We Were Never Prepared

September 1, 2021

We were never prepared to become educators here and now.

I’m not saying that we never talked about it, never wondered how we would make it work. I am not saying it didn’t sometimes keep us up at night. I’m not saying we were wholly ignorant of the context in which we would find ourselves. These classrooms filled with children in various skin suits.

I remember my first teaching gig, wishing that I could take down the building brick by brick, burn the shit down. All the spaces were haunted places....The blue marble foyer, the lush manicured lawns, the white paint job, the coat of arms, the bloody Latin motto, all of it reeked of some bullcrap story we were telling that had to be believed to keep sustaining itself. And everyone fed the beast.

I remember choosing a dress to wear for a big school event…. I made sure that it was just fascinating enough that I’d be deemed acceptable. I had to be fancy enough to pass as a potential member of the community. Perhaps a longer conversation would have outed me as the outsider I was, but my dress was an exercise in thought-stopping. And it worked that night. I passed.

That experience came to mind because recently I’ve been reminded how not neutral my body is in a teaching space. My accent when I’m speaking English, my styl or kroes hair days, the clothing I wear, the summer tan or winter pallor of my skin, the personal experiences I choose to bring up: none of it is neutral. Every day we teach lessons about belonging and about the politics of being alive without saying a word.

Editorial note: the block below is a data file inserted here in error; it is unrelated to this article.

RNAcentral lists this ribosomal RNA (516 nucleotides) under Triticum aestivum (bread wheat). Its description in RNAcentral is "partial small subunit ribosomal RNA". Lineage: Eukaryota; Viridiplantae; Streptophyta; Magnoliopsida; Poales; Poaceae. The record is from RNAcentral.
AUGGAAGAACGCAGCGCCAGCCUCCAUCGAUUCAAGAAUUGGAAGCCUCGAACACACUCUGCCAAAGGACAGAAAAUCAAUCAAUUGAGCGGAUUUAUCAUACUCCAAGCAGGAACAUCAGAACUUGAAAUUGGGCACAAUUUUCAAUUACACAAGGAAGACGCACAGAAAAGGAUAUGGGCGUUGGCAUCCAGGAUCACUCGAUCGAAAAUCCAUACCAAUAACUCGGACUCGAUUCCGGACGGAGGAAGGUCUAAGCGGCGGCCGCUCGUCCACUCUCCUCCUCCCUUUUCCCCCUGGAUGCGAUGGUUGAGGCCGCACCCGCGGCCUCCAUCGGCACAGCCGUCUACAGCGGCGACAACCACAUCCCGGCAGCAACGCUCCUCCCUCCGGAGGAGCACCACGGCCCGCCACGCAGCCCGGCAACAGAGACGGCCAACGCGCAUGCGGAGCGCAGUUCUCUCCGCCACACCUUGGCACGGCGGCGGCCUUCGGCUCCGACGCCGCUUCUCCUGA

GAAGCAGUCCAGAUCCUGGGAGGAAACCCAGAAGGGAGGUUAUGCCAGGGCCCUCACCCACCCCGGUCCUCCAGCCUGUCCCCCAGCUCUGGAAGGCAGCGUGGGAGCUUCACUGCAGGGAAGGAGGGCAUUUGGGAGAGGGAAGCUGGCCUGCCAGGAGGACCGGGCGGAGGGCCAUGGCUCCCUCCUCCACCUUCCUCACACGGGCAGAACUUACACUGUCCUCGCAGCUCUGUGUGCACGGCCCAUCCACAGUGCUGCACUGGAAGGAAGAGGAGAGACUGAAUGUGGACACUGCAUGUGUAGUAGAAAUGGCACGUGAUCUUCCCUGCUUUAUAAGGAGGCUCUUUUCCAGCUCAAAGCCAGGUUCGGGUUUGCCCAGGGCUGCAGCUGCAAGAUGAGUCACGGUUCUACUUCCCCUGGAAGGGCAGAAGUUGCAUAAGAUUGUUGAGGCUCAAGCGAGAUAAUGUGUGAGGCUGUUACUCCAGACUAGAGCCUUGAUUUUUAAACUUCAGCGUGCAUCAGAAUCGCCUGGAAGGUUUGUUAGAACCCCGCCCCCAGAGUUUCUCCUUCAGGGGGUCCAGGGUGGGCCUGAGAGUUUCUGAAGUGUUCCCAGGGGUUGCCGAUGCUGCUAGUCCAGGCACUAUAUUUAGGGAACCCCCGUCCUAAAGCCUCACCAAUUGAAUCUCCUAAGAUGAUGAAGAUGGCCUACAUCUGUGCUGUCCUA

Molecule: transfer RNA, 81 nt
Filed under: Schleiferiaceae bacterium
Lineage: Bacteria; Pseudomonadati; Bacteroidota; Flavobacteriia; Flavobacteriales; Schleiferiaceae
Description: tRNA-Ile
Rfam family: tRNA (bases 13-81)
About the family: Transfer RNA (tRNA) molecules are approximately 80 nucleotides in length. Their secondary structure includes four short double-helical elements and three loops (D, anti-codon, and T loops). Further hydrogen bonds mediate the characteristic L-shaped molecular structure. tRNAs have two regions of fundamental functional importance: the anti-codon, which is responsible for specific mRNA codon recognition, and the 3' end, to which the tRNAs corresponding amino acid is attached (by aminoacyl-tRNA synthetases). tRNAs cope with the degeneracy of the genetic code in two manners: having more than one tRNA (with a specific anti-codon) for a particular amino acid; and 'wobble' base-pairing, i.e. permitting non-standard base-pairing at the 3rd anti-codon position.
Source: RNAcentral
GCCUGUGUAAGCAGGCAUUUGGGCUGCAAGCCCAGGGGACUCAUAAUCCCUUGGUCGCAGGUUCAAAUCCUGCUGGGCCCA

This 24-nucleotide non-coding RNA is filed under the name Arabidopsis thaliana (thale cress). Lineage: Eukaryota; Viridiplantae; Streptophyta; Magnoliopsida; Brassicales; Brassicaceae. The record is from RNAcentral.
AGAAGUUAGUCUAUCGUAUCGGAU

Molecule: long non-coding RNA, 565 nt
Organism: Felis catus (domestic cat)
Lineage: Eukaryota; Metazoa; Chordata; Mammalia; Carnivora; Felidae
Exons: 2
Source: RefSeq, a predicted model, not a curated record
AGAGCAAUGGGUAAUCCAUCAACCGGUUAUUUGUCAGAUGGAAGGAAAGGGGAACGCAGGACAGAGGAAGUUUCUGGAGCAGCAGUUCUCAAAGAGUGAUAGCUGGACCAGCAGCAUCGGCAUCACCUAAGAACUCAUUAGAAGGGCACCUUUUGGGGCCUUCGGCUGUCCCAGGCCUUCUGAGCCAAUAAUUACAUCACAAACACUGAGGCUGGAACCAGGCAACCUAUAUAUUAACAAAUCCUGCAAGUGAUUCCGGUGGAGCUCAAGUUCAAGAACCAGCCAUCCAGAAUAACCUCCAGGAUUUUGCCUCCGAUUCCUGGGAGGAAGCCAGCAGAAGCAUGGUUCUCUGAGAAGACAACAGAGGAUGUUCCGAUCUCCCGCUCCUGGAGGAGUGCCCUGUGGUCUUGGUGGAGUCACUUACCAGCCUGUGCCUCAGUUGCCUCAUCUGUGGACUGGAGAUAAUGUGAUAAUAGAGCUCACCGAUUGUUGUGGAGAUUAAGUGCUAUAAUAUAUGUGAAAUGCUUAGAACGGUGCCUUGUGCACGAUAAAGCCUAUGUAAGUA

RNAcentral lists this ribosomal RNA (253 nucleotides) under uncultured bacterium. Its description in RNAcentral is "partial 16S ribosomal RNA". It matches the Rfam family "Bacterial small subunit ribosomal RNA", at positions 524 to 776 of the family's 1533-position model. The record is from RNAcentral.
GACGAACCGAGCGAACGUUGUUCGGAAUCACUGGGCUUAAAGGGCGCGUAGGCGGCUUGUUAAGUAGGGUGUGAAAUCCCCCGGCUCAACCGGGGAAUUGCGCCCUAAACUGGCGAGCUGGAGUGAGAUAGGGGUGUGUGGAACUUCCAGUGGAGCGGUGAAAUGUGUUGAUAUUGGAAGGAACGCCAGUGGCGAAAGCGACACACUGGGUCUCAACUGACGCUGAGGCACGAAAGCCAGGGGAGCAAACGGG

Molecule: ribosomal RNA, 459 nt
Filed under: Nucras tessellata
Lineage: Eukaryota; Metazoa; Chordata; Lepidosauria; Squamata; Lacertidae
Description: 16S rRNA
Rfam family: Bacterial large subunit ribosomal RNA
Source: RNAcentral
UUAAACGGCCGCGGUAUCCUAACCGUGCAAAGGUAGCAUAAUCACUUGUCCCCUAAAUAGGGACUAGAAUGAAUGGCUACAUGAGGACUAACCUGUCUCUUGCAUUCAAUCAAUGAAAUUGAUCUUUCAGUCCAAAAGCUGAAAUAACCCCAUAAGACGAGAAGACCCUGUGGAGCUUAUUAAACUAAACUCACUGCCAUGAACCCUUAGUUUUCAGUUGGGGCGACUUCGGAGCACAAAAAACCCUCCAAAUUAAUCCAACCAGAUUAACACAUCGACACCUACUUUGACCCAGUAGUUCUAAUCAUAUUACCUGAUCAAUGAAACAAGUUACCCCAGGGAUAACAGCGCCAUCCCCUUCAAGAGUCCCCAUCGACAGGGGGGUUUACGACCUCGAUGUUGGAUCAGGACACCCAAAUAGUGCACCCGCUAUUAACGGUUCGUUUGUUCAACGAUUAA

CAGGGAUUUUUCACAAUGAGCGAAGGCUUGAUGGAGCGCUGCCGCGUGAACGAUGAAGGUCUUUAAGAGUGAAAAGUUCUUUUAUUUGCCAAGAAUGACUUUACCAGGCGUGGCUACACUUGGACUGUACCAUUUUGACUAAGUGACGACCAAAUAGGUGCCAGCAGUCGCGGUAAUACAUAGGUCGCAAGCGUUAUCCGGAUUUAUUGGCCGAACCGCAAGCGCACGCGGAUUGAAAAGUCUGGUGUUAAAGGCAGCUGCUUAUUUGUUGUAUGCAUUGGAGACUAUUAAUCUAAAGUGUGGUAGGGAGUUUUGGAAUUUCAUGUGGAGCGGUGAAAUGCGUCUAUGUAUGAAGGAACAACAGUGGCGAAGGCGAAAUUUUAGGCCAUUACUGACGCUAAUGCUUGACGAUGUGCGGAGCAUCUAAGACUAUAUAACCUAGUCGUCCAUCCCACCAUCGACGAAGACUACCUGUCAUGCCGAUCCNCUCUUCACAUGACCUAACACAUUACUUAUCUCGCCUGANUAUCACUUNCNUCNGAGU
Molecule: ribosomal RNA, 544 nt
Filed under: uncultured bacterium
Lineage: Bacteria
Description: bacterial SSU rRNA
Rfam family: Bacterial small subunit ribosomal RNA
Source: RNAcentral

We walked into the head of the school’s office a few years ago a friend and I, and we said, in essence, that if we did not send these young people out into the world with their ears ringing to the resonant frequency of social justice, we were dooming them and the future. Just a nice, light end-of-year convo every head of school wants.

The years since then have shown me how inadequate and impotent I am and we are, how little we know about how to go about building the world the younger ones deserve. We may have the agency to make policy and implement plans but they know better than we do what they need and want. They don’t have the power and we don’t have the vision.

The fact is, adults have bills to pay and mouths to feed. Some adults have holidays to go on, investment portfolios to manage, and privileges to protect. Maybe we simply have backache and haven’t had enough sleep since the mid-2010s. There are a thousand and one reasons why we are unable to engage or unwilling to engage with the situation we're in. A hundred thousand and one reasons. One million and one reasons.

How much of this work falls on the shoulders of educators. How few tools we’ve been given. How deep inside yourself and your well of strength you have to dig in order to shift these needles. How ill-equipped we are to do this work.

Show me an educator who feels fully prepared for this.

Students in a classroom
Let's Talk About GBV, Babies